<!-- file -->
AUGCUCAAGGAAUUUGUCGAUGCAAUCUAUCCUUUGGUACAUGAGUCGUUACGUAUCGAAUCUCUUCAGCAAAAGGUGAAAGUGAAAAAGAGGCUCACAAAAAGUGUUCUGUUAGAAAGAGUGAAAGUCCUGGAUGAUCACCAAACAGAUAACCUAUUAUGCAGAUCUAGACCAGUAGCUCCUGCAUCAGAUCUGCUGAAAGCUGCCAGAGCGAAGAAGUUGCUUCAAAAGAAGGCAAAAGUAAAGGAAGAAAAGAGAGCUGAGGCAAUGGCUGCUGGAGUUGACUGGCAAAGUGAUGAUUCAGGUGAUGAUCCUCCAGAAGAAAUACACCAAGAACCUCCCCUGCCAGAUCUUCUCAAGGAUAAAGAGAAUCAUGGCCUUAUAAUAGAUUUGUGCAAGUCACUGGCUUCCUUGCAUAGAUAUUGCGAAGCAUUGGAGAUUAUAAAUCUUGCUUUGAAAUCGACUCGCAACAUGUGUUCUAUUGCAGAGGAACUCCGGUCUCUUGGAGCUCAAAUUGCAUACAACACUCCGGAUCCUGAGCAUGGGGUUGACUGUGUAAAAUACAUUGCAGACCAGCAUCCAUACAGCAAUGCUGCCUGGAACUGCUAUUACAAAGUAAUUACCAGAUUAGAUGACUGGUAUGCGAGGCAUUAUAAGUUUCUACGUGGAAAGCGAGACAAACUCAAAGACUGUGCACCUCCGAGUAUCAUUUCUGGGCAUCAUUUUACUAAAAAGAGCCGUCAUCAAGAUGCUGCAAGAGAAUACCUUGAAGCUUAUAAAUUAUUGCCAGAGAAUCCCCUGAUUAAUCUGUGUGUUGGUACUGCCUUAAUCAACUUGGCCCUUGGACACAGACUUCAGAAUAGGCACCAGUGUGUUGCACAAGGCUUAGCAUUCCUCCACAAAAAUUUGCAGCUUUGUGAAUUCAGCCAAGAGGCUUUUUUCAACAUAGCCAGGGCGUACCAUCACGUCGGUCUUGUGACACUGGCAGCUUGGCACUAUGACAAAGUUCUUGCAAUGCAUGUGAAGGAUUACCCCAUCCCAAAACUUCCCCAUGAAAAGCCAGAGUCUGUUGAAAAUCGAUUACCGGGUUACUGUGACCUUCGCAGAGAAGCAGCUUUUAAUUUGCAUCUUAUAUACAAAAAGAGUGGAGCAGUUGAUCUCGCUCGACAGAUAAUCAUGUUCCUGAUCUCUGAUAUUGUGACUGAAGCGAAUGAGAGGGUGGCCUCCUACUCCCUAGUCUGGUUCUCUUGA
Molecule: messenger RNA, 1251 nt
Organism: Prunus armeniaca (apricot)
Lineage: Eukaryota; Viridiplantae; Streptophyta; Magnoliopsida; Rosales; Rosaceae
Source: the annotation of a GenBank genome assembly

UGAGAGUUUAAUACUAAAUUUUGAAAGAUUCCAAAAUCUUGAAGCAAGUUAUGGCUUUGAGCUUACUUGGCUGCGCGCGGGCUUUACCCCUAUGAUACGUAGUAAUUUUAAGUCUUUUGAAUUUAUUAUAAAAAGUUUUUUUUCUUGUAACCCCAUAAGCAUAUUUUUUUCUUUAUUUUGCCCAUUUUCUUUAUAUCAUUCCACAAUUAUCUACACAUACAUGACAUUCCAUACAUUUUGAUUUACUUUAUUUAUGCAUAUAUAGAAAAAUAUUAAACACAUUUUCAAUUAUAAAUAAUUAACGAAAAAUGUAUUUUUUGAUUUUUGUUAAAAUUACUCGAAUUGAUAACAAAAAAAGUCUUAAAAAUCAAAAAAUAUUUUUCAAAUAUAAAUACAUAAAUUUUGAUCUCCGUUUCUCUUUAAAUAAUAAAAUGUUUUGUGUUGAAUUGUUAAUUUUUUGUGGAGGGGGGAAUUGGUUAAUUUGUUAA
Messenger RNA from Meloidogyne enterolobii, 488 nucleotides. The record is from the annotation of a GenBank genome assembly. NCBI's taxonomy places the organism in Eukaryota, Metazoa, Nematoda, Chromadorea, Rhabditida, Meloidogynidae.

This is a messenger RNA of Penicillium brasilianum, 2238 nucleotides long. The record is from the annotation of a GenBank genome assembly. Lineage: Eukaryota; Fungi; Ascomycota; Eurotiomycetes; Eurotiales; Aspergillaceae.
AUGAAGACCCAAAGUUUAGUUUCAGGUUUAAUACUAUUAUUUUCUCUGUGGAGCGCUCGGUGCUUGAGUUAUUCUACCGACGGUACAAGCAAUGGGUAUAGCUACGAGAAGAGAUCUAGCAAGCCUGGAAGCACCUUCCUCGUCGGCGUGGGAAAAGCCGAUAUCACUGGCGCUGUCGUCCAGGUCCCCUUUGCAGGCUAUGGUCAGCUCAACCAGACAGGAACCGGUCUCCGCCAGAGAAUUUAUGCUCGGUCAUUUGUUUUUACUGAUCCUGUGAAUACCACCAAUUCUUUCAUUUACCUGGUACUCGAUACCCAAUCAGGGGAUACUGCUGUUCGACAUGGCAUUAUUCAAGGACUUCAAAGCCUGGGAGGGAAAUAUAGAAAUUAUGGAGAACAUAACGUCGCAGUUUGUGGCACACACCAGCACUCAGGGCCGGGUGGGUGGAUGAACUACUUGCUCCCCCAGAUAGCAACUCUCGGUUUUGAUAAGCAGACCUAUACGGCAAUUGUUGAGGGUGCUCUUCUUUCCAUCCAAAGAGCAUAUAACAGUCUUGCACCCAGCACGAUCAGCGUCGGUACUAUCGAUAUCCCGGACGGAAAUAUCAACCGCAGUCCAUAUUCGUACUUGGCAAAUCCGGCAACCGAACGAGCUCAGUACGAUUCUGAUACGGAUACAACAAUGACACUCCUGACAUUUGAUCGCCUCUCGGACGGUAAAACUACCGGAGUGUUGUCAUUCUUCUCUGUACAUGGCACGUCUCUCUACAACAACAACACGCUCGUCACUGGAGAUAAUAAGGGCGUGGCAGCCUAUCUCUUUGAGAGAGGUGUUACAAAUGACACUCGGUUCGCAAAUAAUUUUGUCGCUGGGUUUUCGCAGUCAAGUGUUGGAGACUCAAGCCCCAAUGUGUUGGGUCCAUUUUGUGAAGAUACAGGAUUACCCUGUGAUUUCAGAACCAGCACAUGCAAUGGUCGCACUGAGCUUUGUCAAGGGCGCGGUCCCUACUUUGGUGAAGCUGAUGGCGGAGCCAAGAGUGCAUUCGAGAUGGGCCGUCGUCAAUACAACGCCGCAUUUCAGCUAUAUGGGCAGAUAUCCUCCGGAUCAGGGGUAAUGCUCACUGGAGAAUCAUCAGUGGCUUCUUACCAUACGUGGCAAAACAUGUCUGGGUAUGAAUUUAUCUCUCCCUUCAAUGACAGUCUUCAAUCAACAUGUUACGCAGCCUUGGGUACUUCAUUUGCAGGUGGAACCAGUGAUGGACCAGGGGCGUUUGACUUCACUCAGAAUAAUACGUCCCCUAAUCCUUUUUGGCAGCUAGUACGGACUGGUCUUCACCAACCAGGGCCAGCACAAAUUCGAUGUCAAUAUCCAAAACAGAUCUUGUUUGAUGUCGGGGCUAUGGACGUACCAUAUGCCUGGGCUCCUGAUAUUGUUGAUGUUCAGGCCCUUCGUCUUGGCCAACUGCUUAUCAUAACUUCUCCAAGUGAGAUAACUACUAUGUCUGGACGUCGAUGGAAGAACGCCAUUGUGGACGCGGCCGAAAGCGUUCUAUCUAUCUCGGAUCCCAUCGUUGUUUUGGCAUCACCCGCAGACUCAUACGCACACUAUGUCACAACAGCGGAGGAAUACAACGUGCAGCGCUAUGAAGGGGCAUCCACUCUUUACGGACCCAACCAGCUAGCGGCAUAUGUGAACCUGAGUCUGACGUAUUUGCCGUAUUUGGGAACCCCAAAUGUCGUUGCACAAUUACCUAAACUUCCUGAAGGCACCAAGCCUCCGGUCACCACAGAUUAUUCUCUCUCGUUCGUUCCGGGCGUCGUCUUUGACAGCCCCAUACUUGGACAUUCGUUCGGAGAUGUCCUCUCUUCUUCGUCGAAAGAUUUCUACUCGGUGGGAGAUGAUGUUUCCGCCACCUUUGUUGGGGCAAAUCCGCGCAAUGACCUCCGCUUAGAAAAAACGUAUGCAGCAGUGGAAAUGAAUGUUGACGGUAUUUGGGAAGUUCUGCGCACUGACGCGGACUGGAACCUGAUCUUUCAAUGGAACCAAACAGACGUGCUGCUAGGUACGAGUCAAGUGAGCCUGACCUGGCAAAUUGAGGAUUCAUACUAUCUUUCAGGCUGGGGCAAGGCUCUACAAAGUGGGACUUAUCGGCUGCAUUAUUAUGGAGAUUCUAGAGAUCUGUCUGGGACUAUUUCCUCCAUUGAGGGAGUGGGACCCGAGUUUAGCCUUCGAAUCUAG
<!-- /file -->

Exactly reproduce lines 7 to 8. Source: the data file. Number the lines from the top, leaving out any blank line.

Messenger RNA from Meloidogyne enterolobii, 488 nucleotides. The record is from the annotation of a GenBank genome assembly. NCBI's taxonomy places the organism in Eukaryota, Metazoa, Nematoda, Chromadorea, Rhabditida, Meloidogynidae.

This is a messenger RNA of Penicillium brasilianum, 2238 nucleotides long. The record is from the annotation of a GenBank genome assembly. Lineage: Eukaryota; Fungi; Ascomycota; Eurotiomycetes; Eurotiales; Aspergillaceae.